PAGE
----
What’s motivating your employees? It turns out that workers want a lot more than a paycheck and job flexibility. In fact, some of what they want is rooted in personality and workplace psychology.
Workplace personalities can be broken down into four distinct types of workers. Understanding the different types of workers and what motivates them can lead to greater job satisfaction and a better fit between employer and employee.
4 Types of Workplace Personalities
Go-getters make up the smallest group of workers, but they are also the most likely to be satisfied with their jobs. This group is motivated by challenge and opportunity; they want to continuously improve their skills and grow within their companies. For employers, this means providing go-getters with opportunities to take on challenges and learn new skills.
Many go-getters are also what Psychology Today contributor Melody Wilding, a professor of Human Behavior, refers to as a “sensitive striver.” While this type gives 100% to their job, they also process information and emotions on a deep level. This combination is part of what makes them top talent, but it can also lead to burnout. Managers attuned to the stress of high achievers can help them translate their effort into success rather than self-sabotage.
Loyalists are devoted to their employers and place a high value on stability. They are motivated by predictability and routine and prefer to stick with what they know. In the present economy, employers would be unwise to rely too much on loyalists to stick around if the work environment is poor or pay is not competitive. Still, understanding what motivates loyalists can help companies serve this personality type better.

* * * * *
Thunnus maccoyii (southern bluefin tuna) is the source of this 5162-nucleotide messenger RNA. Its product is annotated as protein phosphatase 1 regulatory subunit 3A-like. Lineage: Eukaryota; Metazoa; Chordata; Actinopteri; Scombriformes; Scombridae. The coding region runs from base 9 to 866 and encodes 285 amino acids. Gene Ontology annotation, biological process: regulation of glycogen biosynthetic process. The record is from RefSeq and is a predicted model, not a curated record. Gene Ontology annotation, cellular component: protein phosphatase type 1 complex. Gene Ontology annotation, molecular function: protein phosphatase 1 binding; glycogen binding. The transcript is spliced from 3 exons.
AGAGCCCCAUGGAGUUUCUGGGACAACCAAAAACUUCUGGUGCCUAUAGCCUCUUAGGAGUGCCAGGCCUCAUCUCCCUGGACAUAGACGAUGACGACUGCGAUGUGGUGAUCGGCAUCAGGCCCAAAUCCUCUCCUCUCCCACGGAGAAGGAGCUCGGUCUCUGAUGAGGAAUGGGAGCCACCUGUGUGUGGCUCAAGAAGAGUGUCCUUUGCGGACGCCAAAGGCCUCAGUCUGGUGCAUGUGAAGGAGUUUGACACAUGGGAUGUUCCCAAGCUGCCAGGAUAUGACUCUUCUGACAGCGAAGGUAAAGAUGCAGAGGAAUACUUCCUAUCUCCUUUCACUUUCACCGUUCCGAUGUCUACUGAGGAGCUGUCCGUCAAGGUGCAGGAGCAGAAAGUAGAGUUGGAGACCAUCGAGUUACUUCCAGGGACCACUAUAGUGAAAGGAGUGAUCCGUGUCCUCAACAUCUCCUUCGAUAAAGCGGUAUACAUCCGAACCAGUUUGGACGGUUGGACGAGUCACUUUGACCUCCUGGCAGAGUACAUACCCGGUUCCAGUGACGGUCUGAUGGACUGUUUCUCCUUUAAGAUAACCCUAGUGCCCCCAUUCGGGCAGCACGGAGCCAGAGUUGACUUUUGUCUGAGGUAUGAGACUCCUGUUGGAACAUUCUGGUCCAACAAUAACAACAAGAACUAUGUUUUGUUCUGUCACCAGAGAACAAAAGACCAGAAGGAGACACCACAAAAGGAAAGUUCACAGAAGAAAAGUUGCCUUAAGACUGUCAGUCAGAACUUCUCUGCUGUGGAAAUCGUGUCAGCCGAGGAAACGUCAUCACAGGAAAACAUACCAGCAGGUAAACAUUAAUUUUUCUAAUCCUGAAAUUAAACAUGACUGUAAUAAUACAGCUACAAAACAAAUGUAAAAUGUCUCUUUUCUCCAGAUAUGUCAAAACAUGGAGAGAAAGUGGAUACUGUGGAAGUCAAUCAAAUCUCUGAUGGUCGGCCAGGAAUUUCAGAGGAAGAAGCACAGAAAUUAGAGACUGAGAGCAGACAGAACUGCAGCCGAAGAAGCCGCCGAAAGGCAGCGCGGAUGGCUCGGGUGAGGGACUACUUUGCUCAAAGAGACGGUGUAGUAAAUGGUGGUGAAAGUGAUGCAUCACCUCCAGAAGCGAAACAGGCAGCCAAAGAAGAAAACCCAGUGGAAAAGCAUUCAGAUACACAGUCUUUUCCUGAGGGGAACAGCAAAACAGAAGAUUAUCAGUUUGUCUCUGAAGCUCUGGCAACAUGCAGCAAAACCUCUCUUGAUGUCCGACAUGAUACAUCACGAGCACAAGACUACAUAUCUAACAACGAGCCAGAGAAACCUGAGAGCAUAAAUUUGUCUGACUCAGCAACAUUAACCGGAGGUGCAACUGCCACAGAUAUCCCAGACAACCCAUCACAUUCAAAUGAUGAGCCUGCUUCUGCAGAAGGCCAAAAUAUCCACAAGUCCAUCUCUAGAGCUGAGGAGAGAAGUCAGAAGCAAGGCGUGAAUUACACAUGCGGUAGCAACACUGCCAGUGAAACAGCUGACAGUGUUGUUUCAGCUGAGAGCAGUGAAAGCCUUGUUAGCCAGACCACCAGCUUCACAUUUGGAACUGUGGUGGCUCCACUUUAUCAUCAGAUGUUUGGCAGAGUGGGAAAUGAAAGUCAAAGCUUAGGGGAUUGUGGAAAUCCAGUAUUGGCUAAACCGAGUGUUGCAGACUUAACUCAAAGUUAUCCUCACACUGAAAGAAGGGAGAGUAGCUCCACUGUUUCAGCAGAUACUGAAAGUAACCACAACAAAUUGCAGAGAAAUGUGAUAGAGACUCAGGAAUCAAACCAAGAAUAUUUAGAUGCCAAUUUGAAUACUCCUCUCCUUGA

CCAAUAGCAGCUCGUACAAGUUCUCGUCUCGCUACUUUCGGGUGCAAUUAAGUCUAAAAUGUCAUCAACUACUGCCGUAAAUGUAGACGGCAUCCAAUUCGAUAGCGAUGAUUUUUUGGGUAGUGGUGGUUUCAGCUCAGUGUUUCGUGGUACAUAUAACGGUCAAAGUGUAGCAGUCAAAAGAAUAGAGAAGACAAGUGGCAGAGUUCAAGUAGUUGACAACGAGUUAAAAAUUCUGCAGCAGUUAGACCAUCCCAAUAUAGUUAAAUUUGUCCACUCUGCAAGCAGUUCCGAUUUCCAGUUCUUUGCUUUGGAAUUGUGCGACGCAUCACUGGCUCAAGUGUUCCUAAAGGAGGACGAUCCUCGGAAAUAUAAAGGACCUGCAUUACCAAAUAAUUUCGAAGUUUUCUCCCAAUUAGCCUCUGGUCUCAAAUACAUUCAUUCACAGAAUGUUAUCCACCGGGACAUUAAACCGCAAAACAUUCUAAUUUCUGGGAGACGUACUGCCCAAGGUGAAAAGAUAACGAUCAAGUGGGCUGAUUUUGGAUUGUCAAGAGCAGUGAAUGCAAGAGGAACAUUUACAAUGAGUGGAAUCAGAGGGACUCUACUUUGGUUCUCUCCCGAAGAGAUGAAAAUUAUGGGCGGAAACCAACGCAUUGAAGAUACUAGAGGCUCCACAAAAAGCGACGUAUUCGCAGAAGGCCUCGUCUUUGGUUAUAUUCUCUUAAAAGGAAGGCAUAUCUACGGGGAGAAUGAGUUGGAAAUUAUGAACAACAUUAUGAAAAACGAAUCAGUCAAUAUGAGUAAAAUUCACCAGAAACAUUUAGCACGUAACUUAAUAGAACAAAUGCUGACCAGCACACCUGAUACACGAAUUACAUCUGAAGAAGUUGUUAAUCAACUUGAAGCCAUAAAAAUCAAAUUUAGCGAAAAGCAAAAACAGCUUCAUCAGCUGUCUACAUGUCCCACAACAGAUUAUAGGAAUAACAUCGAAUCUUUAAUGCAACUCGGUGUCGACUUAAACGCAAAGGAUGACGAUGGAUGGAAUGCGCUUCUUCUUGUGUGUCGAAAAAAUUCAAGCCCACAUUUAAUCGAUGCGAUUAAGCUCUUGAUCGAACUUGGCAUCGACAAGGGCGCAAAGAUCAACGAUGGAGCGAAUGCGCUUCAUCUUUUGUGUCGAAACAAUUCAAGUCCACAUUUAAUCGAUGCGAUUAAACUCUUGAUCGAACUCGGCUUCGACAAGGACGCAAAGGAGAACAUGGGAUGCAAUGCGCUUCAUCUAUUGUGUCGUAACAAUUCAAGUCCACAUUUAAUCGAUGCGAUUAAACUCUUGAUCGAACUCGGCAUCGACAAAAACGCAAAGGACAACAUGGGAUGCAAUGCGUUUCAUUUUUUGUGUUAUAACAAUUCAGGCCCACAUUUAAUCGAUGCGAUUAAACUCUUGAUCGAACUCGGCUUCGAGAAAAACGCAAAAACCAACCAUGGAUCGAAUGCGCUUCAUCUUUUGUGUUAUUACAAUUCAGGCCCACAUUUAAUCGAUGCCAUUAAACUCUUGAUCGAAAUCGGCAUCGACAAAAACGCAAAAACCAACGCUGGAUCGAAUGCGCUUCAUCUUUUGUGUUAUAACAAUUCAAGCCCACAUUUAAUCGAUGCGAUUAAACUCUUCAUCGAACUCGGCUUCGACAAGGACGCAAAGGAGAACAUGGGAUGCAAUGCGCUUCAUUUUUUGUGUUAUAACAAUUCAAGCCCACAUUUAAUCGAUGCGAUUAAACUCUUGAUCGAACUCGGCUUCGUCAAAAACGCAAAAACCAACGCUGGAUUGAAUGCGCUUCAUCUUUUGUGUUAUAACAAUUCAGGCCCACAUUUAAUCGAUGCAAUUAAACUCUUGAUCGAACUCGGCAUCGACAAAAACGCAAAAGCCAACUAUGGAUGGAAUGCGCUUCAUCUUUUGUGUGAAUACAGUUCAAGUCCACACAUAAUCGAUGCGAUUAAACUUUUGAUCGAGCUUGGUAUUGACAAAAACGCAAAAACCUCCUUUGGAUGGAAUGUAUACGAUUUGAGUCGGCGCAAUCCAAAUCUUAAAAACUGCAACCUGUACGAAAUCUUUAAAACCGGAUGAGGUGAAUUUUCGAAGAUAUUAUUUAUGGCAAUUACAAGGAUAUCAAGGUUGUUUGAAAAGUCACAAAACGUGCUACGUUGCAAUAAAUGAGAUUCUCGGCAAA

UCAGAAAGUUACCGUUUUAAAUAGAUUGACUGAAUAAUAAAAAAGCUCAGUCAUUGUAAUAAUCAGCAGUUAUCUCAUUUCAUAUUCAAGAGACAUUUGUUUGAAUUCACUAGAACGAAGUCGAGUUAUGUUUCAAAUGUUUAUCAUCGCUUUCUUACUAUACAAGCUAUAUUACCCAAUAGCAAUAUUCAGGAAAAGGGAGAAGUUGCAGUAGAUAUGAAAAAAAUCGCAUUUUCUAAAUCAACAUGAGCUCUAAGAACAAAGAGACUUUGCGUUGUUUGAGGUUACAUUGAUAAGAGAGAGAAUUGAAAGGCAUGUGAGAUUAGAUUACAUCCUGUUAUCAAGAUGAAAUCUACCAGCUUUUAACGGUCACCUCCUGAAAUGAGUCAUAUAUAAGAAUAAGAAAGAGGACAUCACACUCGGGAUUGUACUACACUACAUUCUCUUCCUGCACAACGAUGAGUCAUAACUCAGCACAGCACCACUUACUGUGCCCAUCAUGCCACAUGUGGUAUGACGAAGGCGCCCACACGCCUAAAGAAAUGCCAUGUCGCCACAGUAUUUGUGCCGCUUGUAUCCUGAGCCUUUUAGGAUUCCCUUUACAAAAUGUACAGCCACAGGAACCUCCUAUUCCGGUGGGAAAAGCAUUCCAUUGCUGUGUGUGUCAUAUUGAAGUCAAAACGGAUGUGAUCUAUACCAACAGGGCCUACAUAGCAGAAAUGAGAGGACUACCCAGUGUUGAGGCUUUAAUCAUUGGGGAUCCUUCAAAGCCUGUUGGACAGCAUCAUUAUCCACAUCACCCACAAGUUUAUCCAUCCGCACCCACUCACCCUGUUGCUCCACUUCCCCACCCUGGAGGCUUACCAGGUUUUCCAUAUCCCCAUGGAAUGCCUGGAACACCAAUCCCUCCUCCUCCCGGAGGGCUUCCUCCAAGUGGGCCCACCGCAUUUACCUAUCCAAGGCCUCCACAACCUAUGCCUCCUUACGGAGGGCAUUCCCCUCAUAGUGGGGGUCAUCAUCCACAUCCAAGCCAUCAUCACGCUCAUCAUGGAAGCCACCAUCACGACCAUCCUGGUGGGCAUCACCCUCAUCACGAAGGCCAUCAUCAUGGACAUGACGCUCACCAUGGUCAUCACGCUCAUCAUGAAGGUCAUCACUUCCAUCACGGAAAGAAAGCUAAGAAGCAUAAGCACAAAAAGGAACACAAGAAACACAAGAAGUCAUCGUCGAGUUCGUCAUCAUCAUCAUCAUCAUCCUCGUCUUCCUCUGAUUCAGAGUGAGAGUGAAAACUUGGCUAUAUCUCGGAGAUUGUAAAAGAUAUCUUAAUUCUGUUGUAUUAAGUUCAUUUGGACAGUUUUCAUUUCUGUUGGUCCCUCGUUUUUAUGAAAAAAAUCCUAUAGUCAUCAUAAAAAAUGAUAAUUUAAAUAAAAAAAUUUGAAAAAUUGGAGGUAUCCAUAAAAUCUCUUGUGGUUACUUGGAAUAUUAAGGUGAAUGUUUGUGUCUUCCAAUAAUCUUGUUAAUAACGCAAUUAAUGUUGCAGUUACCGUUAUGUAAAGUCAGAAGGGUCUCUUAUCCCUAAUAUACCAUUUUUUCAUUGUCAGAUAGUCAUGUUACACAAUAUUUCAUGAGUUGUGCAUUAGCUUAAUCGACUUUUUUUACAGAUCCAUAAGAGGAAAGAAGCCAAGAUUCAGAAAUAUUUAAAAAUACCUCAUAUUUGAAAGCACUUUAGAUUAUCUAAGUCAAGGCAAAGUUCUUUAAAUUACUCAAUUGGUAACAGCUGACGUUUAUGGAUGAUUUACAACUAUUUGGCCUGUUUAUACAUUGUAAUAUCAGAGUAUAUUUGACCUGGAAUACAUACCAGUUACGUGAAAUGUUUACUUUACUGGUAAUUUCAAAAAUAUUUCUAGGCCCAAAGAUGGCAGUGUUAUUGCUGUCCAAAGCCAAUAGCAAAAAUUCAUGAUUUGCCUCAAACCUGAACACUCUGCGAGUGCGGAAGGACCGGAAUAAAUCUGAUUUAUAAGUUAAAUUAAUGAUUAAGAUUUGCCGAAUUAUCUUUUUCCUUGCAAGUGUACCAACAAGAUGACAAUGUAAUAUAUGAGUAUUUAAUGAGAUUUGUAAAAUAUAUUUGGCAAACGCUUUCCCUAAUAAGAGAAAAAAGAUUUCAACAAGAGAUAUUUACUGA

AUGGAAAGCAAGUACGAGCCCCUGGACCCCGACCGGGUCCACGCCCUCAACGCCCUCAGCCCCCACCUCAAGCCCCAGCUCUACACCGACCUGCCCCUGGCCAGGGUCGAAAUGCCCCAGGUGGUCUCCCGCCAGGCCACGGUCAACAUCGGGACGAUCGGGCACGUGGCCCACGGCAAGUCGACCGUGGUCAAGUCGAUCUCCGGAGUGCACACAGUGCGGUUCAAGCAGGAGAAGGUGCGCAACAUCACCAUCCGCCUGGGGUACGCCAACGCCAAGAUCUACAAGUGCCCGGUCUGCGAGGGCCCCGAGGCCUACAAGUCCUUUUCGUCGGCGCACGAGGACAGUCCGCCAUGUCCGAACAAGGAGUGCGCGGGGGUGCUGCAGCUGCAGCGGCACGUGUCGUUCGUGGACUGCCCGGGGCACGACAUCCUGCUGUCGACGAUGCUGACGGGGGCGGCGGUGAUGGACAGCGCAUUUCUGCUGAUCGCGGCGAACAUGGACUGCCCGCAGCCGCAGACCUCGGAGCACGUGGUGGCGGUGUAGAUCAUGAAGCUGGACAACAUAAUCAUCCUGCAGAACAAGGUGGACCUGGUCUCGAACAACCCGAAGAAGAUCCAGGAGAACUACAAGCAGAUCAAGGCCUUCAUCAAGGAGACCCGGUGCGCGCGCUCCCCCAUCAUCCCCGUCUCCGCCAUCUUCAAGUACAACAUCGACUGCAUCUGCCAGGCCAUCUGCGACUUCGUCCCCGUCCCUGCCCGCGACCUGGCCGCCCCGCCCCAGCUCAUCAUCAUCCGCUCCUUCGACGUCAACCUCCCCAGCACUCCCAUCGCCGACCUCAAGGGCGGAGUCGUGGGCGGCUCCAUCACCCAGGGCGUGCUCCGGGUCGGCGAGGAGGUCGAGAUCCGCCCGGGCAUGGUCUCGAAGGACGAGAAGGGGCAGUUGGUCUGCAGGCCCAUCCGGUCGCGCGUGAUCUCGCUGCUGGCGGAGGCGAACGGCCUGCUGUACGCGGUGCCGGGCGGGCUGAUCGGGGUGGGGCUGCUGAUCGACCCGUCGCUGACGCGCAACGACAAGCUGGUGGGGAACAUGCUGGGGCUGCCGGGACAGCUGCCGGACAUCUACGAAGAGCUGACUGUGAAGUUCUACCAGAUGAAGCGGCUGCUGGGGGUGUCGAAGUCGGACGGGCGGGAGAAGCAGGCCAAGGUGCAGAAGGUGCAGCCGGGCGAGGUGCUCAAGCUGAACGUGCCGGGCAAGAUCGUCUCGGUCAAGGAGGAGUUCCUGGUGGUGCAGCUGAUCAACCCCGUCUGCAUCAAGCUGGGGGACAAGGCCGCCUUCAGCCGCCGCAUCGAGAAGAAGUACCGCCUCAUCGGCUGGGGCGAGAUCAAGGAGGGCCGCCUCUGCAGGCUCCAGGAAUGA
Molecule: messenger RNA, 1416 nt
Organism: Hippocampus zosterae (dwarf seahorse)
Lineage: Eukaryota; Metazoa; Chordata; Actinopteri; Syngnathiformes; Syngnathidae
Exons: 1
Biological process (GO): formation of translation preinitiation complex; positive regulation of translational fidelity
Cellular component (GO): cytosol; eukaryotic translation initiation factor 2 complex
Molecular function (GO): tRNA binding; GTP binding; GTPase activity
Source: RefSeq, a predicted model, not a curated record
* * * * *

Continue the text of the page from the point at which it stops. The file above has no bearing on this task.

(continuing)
Employers can improve worker satisfaction for this group when they focus on stability and predictability in their jobs. Additionally, loyalists are often looking for opportunities to move up within their companies, so employers should provide clear paths for advancement.
Career builders are similar to go-getters in that they are motivated by challenge and opportunity. However, unlike go-getters who are looking to grow within their current companies, career builders are always on the lookout for new opportunities—even if that means changing jobs.
For employers, this means offering career builders challenging work assignments as well as opportunities for growth within the company. According to Forbes’ contributor and workplace consultant Heidi Lynn Kurter, the Great Resignation could have been avoided by tending to the needs of career builders.
What motivates them? Here’s what Kurter says tops the list: compensation and pay transparency, job flexibility, a positive work culture, and inclusive policies ranging from dealing with loss to infertility.
Lifers make up the largest group of workers and are defined by their loyalty to their companies. Like loyalists, lifers place a high value on stability and predictability. However, unlike loyalists who are interested in moving up within their companies, lifers are content with remaining in their current positions for the long haul.
For employers, this means offering lifers stable, long-term positions. Staying with a company for your whole career isn’t as common as it once was, and employers shouldn’t take this type for granted. It’s important that employers recognize that lifers also have external opportunities and are choosing to stay with the company at many different points along the course of their career. Make sure lifers feel connected to the company mission and provide them with opportunities to build meaningful relationships with coworkers and superiors.
No Such Thing as an Average Employee
Above all else, it’s important to remember that not every person is wired the same. Understanding what motivates employees benefits everyone. It helps workers find meaning in what they do, and it helps employers invest wisely in hiring and retaining employees who can contribute to a strong company culture.
Last modified: February 2, 2024